Tale of Cemetery Park
Sunday, Sept. 24, 1989
By Elena Jarvis
Star-Free Press staff writer
Here is the chronological order of events that led to the creation of
Cemetery Memorial Park:
1862 - In response to Ventura's growth, a group of citizens go into
partnership to start the first city cemetery. The burial ground is divided
into four parts: The largest section, on land donated to San Buenaventura
Mission, for Catholics; one for Protestants; a Jewish graveyard; and
a final plot containing the bodies of Chinese, Indians and people of
1944 - Now full, the cemetery is abandoned.
1949 - The city erects a 10-foot high hedge to hide the decaying cemetery,
after plans to erect a park or housing tract over it are soundly rejected.
1959 - The State of California passes a law requiring graveyard owners
to set up an endowment, so that in the event of abandonment, money will
be available to maintain the grounds.
1963 - City fathers, led by City Manager Charles Reiman, put forth the
idea of making the cemetery into a park again, due to increased vandalism.
Despite some protests, the plan is approved.
Reiman obtains the consent of the Los Angeles Archdiocese and receives
the deed for the Catholic graveyard. By this time, the city already
owns the other portions.
1964 - Reiman sends letters to all the families of people buried in
the city cemetery that he can trace. Of 200 letters mailed to notify
people of the plan, 100 answers are received. Reiman says all replies
favor the change, as long as the bodies are not disturbed. But controversy
arises over removal of headstones because descendants say they were
Final removal of tombstones, granite grave markers and above-ground
crypts is completed in December and those buried in the mausoleum are
buried below ground. Tombstones and markers are transported to the Ventura
City Park Department yard on Hall Canyon Road, where families can pick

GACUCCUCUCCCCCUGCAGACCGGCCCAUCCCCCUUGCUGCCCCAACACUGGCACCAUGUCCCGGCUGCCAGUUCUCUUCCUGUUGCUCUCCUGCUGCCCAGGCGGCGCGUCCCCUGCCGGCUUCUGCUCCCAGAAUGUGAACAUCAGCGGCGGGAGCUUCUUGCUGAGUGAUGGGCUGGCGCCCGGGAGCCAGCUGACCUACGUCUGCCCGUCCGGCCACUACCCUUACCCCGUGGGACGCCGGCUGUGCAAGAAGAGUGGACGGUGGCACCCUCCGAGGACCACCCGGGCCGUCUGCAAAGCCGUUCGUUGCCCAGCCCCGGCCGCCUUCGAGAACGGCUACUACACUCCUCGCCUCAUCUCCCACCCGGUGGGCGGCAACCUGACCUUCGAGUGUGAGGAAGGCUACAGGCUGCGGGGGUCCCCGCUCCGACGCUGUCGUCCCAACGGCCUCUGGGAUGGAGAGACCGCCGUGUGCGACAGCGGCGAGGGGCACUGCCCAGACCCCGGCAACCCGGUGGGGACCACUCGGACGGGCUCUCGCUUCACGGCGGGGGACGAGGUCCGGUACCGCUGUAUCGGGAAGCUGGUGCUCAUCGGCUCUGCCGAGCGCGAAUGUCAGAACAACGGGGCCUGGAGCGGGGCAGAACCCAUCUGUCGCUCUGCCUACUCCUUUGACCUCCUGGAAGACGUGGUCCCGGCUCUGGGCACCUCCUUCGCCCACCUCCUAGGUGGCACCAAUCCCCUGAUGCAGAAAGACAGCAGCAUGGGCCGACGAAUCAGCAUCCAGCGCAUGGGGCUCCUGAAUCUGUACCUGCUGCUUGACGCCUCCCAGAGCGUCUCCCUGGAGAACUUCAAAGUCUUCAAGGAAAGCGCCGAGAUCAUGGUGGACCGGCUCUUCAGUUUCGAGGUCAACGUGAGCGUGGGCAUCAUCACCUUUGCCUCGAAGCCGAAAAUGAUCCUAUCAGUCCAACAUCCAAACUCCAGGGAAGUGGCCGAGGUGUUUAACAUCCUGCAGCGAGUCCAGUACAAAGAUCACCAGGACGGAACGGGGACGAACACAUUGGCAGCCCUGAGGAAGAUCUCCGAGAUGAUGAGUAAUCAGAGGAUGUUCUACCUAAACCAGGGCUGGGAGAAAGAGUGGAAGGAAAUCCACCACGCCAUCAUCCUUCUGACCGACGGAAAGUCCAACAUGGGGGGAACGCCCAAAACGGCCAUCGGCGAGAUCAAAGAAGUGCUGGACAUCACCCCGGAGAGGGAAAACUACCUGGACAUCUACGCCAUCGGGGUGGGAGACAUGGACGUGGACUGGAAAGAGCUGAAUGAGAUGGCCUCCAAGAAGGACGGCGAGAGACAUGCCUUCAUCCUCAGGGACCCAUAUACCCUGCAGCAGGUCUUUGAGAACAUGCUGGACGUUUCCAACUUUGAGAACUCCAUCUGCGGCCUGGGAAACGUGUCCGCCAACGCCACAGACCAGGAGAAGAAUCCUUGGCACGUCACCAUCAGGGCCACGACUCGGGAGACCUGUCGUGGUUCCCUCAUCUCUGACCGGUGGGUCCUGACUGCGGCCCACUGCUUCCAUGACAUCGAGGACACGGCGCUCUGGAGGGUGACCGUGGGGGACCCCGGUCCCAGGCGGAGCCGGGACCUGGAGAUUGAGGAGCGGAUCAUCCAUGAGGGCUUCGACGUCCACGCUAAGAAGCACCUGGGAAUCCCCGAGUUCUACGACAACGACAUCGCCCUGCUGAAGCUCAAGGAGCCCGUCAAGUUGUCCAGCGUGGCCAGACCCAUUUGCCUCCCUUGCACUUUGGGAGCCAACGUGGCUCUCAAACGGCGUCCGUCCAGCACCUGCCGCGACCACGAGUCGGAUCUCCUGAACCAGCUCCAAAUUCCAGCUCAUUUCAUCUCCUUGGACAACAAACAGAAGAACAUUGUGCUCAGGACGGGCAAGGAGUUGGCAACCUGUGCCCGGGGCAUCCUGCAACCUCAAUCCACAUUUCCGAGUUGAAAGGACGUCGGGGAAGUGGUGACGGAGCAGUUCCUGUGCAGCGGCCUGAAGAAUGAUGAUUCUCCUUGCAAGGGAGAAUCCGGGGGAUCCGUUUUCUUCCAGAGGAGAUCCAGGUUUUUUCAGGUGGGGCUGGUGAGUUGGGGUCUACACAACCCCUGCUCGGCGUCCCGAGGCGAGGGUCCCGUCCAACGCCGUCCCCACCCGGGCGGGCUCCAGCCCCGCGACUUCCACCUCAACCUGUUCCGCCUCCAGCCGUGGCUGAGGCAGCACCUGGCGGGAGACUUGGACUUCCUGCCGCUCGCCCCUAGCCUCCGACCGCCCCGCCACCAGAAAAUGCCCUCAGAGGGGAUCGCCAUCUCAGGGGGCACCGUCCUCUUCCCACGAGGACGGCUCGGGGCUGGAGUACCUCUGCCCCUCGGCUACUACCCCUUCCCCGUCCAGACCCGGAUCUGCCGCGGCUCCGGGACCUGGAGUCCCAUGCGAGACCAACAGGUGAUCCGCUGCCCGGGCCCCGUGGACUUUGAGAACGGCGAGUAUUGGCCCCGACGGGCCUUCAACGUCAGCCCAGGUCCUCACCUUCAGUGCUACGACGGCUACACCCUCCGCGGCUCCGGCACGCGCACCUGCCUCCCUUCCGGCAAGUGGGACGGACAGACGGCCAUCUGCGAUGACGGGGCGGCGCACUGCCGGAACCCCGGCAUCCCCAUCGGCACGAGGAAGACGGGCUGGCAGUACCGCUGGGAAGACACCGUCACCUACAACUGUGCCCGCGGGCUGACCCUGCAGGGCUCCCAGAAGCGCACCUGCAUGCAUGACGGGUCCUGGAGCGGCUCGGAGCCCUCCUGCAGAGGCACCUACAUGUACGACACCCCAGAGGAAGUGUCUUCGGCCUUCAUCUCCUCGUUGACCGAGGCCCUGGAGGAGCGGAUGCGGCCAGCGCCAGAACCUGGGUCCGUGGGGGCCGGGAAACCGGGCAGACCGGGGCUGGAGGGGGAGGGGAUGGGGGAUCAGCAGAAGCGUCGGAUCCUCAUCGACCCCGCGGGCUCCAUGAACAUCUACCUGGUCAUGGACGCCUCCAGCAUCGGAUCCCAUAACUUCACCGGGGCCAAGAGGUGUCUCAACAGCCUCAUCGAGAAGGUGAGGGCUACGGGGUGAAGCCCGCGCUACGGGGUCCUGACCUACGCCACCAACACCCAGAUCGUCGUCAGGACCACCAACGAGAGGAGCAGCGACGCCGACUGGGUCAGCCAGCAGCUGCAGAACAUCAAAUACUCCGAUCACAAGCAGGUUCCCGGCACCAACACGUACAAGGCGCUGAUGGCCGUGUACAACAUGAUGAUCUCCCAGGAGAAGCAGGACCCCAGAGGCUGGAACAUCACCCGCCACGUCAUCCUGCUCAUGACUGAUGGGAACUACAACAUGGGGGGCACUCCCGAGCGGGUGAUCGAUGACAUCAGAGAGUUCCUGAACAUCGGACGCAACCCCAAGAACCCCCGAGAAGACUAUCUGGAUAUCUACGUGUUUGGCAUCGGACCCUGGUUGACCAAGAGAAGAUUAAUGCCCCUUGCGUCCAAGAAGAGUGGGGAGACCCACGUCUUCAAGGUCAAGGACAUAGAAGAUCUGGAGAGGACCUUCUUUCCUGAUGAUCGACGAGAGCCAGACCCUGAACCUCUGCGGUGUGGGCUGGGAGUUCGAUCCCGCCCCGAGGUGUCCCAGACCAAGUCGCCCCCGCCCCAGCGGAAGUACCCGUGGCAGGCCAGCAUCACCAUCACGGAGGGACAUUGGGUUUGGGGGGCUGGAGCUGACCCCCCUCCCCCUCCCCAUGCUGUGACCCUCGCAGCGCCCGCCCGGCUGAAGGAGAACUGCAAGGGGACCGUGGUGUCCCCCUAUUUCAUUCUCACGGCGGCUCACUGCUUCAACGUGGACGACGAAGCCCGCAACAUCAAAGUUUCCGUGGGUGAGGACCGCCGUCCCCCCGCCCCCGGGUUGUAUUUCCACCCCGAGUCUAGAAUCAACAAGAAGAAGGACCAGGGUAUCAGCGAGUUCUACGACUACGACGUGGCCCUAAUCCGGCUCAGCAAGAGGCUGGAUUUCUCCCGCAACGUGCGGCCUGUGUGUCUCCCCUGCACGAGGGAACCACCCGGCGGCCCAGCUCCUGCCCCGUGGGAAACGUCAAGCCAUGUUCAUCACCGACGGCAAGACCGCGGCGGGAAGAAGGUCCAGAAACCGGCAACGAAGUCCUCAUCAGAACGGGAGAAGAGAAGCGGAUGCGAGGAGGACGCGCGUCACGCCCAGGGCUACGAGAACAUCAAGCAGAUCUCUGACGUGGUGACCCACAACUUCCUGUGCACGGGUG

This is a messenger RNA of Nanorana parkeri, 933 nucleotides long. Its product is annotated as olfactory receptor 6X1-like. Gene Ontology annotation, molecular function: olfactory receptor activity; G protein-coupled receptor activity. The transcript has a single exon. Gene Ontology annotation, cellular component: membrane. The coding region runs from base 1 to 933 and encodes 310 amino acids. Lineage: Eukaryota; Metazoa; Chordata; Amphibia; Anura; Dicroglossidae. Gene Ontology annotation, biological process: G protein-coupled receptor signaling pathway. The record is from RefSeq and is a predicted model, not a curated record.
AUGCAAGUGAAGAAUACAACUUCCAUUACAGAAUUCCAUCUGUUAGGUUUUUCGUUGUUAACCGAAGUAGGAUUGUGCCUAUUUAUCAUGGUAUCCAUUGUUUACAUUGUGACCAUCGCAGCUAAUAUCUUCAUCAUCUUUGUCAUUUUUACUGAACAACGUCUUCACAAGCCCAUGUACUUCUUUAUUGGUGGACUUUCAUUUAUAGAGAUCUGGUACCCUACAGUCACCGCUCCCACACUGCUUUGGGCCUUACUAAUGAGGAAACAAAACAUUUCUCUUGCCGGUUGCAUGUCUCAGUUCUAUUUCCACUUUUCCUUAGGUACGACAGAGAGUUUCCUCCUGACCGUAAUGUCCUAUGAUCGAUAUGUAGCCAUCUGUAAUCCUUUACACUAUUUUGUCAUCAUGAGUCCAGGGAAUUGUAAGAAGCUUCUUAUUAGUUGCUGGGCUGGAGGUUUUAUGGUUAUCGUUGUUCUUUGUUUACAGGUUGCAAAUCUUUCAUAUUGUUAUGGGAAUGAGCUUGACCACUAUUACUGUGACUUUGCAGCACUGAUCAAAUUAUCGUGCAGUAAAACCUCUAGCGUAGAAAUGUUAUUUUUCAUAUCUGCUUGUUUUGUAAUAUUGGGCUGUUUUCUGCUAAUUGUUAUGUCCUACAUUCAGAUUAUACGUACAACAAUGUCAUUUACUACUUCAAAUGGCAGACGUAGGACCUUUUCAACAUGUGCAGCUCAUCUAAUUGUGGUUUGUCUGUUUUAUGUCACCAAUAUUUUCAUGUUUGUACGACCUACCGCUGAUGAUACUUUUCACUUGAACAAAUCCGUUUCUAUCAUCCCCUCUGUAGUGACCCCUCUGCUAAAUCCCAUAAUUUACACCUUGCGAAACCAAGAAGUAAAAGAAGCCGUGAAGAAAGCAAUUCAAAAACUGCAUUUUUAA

Archaeologist James Deetz of the University of California at Santa Barbara
and an assistant go to Hall Canyon Road and take photographs of some
of the tombstones for a book the archaeologist is writing on epitaphs.
1965 - At the end of the year, with little fanfare, the cemetery becomes
a scenic park. Families who request it can get a bronze plaque to mark
the site of their ancestor's grave. (City Clerk Barbara Kam fields several
of those requests every year.)
1972 - Unclaimed tombstones and granite markers - most of which were
not recovered by families - are ground up and used as fill for a levee
to protect the Olivas Park Golf Course, which is owned by the Parks
and Recreation Department.
County pioneer's tombstone finds a resting place at his family's home
Sunday, Sept. 24, 1989
By Elena Jarvis
Star- Free Press staff writer
Quiet, serene and oddly uncrowded, Ventura's Memorial Park sits in the
center of the city like a big green, sore thumb.
Most Venturans have never heard of "Memorial Park," as it
is listed in the Thomas Guide map book. That's because locals have known
it as Cemetery Park since it was created in 1965 over the dead bodies
of 2,298 Ventura founders.
But the controversy surrounding the transformation refuses to die. Every
few years, the story comes back to haunt the Ventura Parks and Recreation
Department, which oversaw the project.
Those buried in the park include Maria Obiols, whose family's property
became one of the city's first subdivisions. There are the Argabrites,
a mother and two young children who lay side by side. Hobson, Ruiz,
Geniella, de la Guerra, Cardona and Clarck, all came to rest in the
And there they remain, although the tombstones were removed and taken
to a storage yard on Hall Canyon Road run by the Parks and Recreation
For seven years the markers rested in the yard. Finally, in 1972, those
unclaimed by family descendants were ground up and used to fill a levee
at the Olivas Park Golf Course.
Over the years, the road to the east of the graveyard, Cemetery Lane,
became Aliso Lane. Cemetery Memorial Park somehow turned into plain
old Memorial Park on city maps.
What really rankles longtime residents is that the majority of the tombstones
were not claimed. When the removal project began, there were 100 replies.
Pat Clark of Ojai is one of many who say their families were not notified.
The Clarks came to Ventura County in the 1800s. Among her relatives
are Robert Emmett "Whoopie" Clark, a three-term county sheriff
and U.S. Marshall for Southern California. Her cousin is William Clark Jr., the former California State Supreme Court Judge, who became President
Reagan's secretary of the interior. Her father, "Red" Clark,
was vice president of Shell Oil.